Peter D. Usher dedicates this page to research in science and literature.
LITERARY INTERPRETATION AND HISTORY OF SCIENCE.
Shakespeare and the Dawn of Modern Science
(Amherst, NY: Cambria Press, 2010) 420 pp.
(San Diego: Aventine Press, 2006), 240 pp.An enduring puzzle of the Renaissance is why William Shakespeare ignores the astronomical revolutions of the sixteenth and early seventeenth centuries. He deals superficially with celestial phenomena and appears oblivious to the effects that new perceptions in cosmology were having on worldview. This book discusses the rise of evidence-based inquiry into natural phenomena and argues that Shakespeare's famous play, Hamlet, is an allegory describing the chief cosmological models that vied for acceptance at the turn of the seventeenth century.
This book explains: WHY Hamlet is 30 and knows a hawk from a handsaw, WHAT Ophelia's name means, WHO Claudius, Rosencrantz and Guildenstern represent, WHEN telescopic astronomy began, WHERE 16th-century astronomy and theology intersect, HOW Shakespeare welcomes the New Philosophy and WHETHER he foresees its consequences. Read a review.
"Shakespeare and Elizabethan Telescopy"
Journal of the Royal Astronomical Society of Canada Vol. 103:1 (2009) 16-8
"Hawk and Handsaw" Bulletin of the American Astronomical Society Vol. 40:2 (2008), 273
Prince Hamlet knows a hawk from a handsaw (Hamlet 2.2.347-8) because he recognizes two modes of astronomical data collection in the sixteenth century -- with telescopes and with the naked eye. The former has the advantage of hawk-like resolution, which far exceeds that of human vision. The latter is needed to explain the portrait of the world's leading naked-eye astronomer, a portion of which is depicted at the right.
"Hamlet's Love Letter and the New Philosophy" The Oxfordian 8 (2005) 93-109
Hamlet's love letter is another part of Hamlet that has both literal and figurative meaning, first that Polonius is justified in believing that Hamlet is madly in love with his daughter, and second that Hamlet's letter is a parody of Aristotelianism, and as such is further support for the cosmic allegorical interpretation of the play. Through the agency of Hamlet's letter, Shakespeare continues his disparagement of Aristotelianism that Thomas Digges engages in A Perfit Description, as does Digges' favorite poet Palingenius in Zodiacus Vitae. The love letter is ironical, as Hamlet dupes Polonius into announcing the essential elements of the New Philosophy in the presence of the King who epitomizes its very antithesis, viz. the bounded geocentricism of his namesake, Claudius Ptolemy."An answer to 'A poetic challenge?'" Astronomy & Geophysics 45:3 (2004) 3.6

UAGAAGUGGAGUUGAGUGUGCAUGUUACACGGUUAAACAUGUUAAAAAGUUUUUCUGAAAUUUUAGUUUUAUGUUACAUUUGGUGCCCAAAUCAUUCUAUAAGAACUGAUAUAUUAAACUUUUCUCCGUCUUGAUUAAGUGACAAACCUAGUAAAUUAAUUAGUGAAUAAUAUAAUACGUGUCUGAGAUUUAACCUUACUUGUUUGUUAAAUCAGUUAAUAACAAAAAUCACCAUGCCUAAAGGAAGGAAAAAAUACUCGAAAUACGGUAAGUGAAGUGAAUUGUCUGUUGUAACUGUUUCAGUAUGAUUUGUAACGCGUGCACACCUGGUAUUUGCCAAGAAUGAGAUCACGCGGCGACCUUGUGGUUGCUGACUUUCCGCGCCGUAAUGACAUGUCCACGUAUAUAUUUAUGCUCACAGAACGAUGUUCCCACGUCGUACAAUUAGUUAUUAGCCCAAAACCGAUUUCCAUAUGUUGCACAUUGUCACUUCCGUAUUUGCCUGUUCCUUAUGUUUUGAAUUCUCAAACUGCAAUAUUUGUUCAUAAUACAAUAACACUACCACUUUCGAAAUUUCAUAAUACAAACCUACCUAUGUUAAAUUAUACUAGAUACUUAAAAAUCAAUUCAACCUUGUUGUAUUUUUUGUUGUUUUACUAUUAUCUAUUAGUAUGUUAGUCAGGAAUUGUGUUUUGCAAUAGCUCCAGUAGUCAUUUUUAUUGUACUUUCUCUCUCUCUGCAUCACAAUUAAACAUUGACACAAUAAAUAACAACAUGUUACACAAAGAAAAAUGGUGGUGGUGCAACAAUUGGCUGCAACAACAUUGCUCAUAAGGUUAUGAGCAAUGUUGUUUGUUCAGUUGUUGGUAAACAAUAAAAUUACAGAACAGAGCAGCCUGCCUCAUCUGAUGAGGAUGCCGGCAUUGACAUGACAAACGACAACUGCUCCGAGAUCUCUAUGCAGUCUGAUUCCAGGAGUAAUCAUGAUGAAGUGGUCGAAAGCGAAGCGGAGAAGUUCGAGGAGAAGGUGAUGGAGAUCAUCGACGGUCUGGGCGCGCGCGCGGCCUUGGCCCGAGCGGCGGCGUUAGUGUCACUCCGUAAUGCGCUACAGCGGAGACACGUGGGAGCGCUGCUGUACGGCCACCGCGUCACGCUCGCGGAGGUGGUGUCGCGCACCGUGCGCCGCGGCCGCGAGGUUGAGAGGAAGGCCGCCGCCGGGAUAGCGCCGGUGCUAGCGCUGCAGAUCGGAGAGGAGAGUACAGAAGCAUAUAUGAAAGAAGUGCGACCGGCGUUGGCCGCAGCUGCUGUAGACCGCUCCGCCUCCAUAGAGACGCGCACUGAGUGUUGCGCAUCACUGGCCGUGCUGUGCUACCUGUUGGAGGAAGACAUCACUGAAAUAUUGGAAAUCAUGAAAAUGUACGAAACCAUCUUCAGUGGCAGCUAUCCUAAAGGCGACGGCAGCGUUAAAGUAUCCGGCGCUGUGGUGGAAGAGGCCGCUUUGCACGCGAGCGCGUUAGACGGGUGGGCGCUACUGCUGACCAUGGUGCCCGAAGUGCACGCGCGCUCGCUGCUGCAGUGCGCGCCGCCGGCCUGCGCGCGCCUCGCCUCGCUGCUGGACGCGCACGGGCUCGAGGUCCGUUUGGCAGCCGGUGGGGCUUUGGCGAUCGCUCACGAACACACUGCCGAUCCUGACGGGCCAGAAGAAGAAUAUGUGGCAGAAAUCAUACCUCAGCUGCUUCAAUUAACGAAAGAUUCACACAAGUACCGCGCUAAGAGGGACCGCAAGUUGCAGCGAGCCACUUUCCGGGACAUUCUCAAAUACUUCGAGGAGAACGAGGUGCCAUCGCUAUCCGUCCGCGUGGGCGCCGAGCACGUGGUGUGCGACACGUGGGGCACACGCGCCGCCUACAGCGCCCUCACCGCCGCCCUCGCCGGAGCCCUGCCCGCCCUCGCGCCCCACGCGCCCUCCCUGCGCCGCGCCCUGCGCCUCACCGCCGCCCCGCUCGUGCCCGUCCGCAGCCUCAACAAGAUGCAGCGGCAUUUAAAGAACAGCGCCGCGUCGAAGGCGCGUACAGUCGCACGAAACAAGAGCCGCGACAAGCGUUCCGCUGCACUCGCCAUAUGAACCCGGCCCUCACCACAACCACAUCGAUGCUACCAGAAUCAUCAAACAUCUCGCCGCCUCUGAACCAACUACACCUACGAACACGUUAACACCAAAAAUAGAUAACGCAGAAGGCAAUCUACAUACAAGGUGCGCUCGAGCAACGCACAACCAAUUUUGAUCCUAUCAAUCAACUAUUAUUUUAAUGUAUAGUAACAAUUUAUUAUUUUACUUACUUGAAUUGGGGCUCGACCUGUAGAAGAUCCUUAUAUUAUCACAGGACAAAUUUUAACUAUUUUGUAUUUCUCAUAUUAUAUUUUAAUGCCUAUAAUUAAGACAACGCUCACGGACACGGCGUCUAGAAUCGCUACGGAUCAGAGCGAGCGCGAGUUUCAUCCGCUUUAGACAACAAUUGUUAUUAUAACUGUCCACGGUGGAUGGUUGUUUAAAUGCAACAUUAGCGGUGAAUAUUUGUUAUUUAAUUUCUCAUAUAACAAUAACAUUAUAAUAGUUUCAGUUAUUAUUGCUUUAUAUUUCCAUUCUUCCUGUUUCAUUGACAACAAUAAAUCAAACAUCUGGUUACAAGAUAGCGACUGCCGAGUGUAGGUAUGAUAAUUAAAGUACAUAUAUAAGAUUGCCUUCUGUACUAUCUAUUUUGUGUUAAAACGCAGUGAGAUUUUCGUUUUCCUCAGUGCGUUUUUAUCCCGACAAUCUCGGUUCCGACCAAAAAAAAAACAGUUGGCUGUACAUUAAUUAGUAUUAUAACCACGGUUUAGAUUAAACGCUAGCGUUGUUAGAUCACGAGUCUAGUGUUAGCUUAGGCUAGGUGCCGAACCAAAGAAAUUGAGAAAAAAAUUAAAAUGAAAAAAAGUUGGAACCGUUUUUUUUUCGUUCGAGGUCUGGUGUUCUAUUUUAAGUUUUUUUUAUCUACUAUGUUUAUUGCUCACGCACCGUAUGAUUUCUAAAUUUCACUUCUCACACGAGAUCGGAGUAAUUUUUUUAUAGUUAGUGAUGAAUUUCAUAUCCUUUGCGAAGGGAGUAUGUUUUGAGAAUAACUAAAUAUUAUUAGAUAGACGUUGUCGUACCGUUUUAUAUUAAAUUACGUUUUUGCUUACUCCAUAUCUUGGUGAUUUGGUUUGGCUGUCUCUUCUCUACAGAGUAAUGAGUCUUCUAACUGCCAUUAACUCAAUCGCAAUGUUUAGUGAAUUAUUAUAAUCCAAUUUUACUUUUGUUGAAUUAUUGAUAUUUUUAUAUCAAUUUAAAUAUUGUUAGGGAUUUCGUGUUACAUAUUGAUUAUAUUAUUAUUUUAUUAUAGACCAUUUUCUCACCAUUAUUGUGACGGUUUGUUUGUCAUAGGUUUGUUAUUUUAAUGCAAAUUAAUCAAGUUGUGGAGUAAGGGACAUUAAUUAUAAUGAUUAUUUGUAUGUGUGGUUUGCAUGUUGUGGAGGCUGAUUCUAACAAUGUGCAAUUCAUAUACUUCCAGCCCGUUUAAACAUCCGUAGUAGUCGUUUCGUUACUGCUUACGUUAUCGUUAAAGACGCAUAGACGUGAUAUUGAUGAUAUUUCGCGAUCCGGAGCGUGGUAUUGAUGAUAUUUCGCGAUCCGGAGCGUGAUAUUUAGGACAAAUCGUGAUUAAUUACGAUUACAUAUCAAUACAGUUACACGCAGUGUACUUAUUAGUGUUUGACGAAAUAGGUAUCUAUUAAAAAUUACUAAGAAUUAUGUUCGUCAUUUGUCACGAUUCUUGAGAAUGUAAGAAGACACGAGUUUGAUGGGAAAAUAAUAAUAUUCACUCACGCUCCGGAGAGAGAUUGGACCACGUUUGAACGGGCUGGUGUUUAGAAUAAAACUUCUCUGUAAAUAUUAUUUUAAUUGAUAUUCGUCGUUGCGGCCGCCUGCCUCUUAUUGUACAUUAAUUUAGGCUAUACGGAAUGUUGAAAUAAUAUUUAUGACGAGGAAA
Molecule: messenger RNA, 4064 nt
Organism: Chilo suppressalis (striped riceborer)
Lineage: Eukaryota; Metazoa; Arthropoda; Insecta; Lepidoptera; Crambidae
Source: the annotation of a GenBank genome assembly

Galileo's Telescopy and Jupiter's Tablet Bulletin of the American Astronomical Society 35:5 (2003) 1258
Jupiter and Cymbeline.The Shakespeare Newsletter 53:1 (2003) 7...12
In 1610 in Sidereus Nuncius, Galileo reported that the planet Jupiter had four moons. Shakespeare and/or his collaborators celebrate this discovery in Cymbeline. Independent dating of Cymbeline suggests that the play appeared in late 1610.
Shakespeare's Support for the New Astronomy
The Oxfordian 5 (2002) 132-146
Shakespeare's Hamlet of c.1601, contains descriptions of craters on the Moon, the phases of Venus, Mars and Jupiter, the Great Red Spot, sunspots, the stellar makeup of the Milky Way and the distribution of stars.
The Shakespeare Newsletter. 51:4 (2001/2) 82
Advances in the Hamlet Cosmic Allegory The Oxfordian 4 (2001) 25-49
Sixteenth-Century Astronomical Telescopy Bulletin of the American Astronomical Society 33:5 (2001) 1363
Copernicus's Neglected Successor Mercury Magazine. 30:5 (2001) 38-41 (with J. Best, S. Maene)
Hamlet's Transformation A Groat's Worth of Wit, 11:3 (2000) 39-51
Hamlet's Transformation Elizabethan Review 7:1 (1999) 48-64
Hamlet and the Infinite Universe Research Penn State 18:3 (1997) 6-7
Shakespeare's Cosmic World View Mercury Magazine 26:1, (1997) 20-23
Press release on "A New Reading of Shakespeare's Hamlet" 13 January 1997
A New Reading of Shakespeare's Hamlet
Bull. Amer. Astro. Soc 28:4 (1996) 1305
Astronomy and the Canons of Hermeneutics The Astronomy Quarterly 3 (1979) 115-124, 171-184
Peter D. Usher is Professor Emeritus of Astronomy and Astrophysics at The Pennsylvania State University